It’s tough presenting programs on technology transfer because so much has already been said that it’s hard to find something new. However, that was not a problem this week in San Francisco at the BIO Technology Transfer Symposium.
The Symposium began with an overview of the efforts by the Obama Administration to spur innovation including funding macro and micro grants to encourage the development of regional technology clusters, and proof of concept centers to help bridge the “valley of death” between early stage research and the point where private capital will pick up development. However, a wise caution was added that the US must avoid federal micromanagement of innovation, which is deadly to entrepreneurs. The participants agreed that “valley of death” issues are intricately linked with the prospect of marketing approval and commercialization of a potential product, which are in turn linked with job creation and economic growth.
A key discussion addressed “Enhancing America’s Competitive Edge.” The US originated 62% of the top 50 drugs on the market, and between 2001- 2010 fostered 57% of new chemical entities. However, participants agreed that there is room for improvement in the R&D and collaborative process given the increased need for innovative products. Suggested areas for improvement included better and more predictable animal and disease models, a more streamlined and less burdensome federal regulatory system, and ways to ease commercial pressure that often forces companies to terminate projects earlier in the pipeline. The participants agreed that these factors, if addressed, would not only bring venture funding back into biotech, but would also encourage global uptake of biotechnology products, to the benefit of patients, farmers and other consumers.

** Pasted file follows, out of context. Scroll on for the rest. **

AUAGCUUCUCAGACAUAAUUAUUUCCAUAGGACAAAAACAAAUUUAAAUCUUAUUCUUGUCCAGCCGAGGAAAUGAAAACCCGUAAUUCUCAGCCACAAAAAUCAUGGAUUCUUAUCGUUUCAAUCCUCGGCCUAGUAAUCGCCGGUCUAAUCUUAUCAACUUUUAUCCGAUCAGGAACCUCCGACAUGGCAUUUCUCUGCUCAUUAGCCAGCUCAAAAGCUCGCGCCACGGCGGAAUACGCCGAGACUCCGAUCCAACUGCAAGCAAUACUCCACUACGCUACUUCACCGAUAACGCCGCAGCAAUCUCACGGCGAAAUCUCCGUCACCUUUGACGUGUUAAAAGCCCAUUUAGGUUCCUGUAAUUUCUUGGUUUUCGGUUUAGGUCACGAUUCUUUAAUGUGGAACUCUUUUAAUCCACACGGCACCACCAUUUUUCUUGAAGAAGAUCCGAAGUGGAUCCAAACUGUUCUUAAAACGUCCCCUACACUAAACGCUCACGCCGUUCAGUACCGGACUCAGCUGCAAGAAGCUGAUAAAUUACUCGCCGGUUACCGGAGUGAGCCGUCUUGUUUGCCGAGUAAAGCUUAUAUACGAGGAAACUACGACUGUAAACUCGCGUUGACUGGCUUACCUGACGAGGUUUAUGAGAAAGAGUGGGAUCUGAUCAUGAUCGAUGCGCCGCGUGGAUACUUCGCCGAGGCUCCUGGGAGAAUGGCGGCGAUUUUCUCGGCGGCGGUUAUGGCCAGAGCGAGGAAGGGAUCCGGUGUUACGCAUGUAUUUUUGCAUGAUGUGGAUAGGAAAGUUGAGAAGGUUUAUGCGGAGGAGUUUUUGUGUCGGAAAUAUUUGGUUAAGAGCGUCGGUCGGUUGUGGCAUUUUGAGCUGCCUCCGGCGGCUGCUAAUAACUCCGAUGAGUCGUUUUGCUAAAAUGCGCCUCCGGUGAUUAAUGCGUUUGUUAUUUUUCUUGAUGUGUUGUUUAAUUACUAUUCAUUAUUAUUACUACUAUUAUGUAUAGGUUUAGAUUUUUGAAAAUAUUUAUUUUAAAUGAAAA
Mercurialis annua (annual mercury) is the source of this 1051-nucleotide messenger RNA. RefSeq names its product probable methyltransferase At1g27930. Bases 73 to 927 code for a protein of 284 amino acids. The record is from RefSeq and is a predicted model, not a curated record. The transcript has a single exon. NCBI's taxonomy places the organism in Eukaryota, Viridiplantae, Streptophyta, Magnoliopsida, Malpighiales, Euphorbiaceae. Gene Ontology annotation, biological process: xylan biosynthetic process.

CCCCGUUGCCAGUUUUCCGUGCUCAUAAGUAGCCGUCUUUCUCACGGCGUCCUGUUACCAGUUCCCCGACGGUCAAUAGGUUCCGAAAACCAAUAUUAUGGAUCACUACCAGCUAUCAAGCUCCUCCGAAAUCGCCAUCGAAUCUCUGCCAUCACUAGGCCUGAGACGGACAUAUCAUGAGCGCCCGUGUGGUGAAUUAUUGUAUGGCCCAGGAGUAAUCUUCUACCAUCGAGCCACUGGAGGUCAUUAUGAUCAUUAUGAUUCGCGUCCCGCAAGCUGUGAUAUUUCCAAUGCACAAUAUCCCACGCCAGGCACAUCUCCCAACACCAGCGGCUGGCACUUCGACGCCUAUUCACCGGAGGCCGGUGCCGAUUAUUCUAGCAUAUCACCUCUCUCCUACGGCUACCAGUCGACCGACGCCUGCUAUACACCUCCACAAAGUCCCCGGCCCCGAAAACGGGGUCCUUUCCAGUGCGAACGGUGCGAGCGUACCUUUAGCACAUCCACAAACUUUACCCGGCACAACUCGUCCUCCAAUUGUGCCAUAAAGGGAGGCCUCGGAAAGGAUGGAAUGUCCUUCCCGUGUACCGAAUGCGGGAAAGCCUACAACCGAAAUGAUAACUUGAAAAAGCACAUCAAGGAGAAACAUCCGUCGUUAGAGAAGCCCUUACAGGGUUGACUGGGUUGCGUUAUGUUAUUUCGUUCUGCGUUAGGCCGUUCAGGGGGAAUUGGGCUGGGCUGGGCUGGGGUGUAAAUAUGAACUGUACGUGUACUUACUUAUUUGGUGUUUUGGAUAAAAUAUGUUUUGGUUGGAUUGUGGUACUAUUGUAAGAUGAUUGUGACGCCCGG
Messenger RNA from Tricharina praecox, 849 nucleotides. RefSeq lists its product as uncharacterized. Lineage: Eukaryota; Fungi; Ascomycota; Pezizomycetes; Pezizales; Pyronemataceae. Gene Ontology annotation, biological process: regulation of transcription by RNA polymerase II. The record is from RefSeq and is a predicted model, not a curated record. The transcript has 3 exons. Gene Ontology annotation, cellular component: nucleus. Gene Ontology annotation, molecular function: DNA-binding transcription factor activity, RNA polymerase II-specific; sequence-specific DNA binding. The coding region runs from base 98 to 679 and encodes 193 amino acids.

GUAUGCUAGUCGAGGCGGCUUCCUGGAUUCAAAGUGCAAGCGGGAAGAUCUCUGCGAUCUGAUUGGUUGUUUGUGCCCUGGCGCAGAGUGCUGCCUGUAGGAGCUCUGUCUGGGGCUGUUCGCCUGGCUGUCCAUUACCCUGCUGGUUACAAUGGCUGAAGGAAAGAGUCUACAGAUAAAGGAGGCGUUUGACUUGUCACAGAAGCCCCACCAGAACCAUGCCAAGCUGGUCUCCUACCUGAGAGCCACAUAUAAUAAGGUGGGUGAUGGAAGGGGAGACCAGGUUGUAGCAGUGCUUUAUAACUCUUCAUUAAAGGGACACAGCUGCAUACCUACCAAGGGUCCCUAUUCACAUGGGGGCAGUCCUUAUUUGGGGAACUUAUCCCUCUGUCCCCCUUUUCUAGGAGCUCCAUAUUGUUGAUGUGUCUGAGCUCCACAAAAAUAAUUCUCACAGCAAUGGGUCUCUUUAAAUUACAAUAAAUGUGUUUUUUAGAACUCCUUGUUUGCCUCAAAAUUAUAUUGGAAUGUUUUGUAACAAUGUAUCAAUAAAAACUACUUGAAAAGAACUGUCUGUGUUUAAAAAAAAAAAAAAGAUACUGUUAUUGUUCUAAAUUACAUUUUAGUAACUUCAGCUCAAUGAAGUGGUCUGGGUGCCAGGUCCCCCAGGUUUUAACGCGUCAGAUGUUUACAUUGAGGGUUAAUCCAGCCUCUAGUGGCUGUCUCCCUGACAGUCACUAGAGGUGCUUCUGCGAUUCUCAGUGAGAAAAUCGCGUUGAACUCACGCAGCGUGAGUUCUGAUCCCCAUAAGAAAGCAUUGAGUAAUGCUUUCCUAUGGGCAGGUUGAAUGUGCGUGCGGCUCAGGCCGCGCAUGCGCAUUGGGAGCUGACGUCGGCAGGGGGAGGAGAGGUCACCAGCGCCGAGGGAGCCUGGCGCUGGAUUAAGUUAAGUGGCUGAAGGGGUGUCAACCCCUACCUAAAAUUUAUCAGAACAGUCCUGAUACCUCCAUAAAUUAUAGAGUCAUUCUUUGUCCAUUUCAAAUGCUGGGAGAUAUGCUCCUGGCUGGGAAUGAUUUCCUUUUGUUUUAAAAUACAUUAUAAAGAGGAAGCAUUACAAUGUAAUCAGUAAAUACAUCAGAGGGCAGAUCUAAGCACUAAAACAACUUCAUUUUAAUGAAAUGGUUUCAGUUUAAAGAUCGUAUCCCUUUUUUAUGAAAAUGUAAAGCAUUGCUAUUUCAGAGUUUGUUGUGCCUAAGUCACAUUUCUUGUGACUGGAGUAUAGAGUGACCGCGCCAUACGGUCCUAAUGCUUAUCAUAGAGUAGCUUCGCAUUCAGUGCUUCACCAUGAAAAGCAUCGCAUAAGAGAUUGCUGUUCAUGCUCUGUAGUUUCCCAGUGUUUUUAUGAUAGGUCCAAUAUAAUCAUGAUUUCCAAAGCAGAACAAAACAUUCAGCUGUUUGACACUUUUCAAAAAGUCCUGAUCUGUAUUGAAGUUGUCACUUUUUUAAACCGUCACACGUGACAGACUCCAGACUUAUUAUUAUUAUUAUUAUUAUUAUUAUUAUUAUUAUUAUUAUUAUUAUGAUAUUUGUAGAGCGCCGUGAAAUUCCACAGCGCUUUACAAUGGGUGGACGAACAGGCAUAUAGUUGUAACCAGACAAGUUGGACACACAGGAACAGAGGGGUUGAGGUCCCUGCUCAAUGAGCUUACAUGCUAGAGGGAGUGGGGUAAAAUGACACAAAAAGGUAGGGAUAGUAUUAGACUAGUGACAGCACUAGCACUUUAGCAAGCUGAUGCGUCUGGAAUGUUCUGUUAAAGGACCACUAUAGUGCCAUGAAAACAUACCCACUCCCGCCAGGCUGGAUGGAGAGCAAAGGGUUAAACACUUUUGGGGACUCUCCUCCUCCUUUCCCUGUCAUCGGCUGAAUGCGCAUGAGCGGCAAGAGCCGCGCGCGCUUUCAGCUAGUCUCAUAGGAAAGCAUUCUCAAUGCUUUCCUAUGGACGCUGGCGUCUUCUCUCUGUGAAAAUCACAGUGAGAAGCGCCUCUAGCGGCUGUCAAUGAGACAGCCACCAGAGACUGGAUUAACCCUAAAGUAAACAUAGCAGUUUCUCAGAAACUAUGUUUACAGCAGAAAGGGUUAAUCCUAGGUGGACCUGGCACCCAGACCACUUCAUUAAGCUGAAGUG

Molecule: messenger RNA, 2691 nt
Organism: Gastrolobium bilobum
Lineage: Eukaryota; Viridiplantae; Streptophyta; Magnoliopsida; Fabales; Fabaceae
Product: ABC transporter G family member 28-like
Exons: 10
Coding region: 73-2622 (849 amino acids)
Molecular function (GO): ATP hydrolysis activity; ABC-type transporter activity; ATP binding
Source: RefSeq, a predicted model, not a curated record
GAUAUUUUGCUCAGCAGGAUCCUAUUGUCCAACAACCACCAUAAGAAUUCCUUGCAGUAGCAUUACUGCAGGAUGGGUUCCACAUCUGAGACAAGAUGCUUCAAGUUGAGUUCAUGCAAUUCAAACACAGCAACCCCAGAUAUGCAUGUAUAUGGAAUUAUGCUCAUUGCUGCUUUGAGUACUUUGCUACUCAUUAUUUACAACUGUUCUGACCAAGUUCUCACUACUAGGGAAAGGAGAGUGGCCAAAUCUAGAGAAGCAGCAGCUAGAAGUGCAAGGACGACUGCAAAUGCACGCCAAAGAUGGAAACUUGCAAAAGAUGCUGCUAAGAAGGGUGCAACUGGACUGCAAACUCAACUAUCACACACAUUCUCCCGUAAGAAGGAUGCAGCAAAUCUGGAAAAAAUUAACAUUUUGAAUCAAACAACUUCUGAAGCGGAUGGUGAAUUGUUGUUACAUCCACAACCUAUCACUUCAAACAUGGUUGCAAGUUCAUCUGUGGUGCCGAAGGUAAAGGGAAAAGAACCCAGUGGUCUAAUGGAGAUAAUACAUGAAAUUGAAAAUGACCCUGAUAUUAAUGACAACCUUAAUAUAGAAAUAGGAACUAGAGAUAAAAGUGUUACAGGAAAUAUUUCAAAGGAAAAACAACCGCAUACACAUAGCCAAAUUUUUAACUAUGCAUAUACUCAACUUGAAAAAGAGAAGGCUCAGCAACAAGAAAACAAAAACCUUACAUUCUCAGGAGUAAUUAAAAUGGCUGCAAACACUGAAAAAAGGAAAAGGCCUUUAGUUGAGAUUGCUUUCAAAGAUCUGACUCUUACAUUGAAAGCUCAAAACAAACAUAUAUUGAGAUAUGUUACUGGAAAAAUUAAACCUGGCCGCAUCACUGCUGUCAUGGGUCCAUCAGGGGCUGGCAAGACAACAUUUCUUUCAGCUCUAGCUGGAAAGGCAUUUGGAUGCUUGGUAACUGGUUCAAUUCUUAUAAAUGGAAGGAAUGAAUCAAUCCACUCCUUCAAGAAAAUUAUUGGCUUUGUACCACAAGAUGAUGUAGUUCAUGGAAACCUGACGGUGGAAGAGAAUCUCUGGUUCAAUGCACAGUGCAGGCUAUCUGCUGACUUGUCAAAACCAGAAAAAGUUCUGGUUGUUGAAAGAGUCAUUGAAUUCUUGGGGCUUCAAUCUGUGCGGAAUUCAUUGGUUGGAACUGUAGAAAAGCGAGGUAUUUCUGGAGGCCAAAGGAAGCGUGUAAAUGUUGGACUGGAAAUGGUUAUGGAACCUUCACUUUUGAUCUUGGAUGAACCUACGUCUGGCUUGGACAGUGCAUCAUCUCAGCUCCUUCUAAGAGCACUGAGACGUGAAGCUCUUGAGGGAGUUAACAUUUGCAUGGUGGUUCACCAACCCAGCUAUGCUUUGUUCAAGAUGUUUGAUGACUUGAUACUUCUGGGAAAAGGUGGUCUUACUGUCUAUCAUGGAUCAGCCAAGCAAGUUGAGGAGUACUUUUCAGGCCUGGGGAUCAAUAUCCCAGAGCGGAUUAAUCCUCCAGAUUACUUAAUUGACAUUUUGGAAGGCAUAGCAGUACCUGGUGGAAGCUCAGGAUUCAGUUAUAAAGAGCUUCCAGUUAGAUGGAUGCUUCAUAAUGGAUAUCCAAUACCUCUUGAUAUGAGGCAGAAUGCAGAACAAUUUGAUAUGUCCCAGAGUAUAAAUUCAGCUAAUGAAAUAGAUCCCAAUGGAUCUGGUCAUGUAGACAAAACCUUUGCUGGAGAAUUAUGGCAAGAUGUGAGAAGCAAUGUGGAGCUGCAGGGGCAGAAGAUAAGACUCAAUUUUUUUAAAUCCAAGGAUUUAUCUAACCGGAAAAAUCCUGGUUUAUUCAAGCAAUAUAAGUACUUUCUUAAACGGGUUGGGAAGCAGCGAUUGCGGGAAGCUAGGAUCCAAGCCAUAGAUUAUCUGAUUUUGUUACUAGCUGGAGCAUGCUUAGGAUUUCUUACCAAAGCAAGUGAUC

The Symposium touched on the fact that even new drugs are viewed as “costly innovation ”– despite evidence that such drugs actually save as much as seven times in non-drug expenditures otherwise used to treat patients. It was suggested that one way to address this concern may be to involve patient groups in the review process as the interests of those with the most as stake—the patients—are commonly absent. Given that the thrust of the current system is to “do no harm”, regulators tend to shy away from risk taking. A representative from the patient community indicated that perhaps a better motto is “do some good” focusing on the need to relieve human misery in addition to insuring drug safety and efficacy. The efforts of AIDs activists in the 1980s which compelled the U.S. Food & Drug Administration to speed review times were cited as a model for how this can work.
In a lively discussion of efforts to improve the commercialization of university research, participants suggested that universities could shift the focus from licensing income to the positive impact the discovery could have on society. With 49 of the 50 states[i] encouraging the development of a biotech industry, moving research to the marketplace appears to be a key part of the economic development strategy for not only the national government, but also at the state and local level.
The Symposium wrapped up by stressing the need for increased collaborations between all stakeholders and for creative approaches in the biotech ecosystem. Participants agreed that while there is room for improvements, in particular to the regulatory review process, the licensing of inventions through university tech transfer offices in general works well. In fact, a proposal in the recently-issued report of the Jobs Council to President Obama which called for a “free agent” inventor system was quickly dismissed as being of little interest to the Administration by Paul Corson, Acting Director of the Office of Innovation and Entrepreneurship of the U.S. Department of Commerce.
[i] Currently, Alaska has no biotechnology initiative.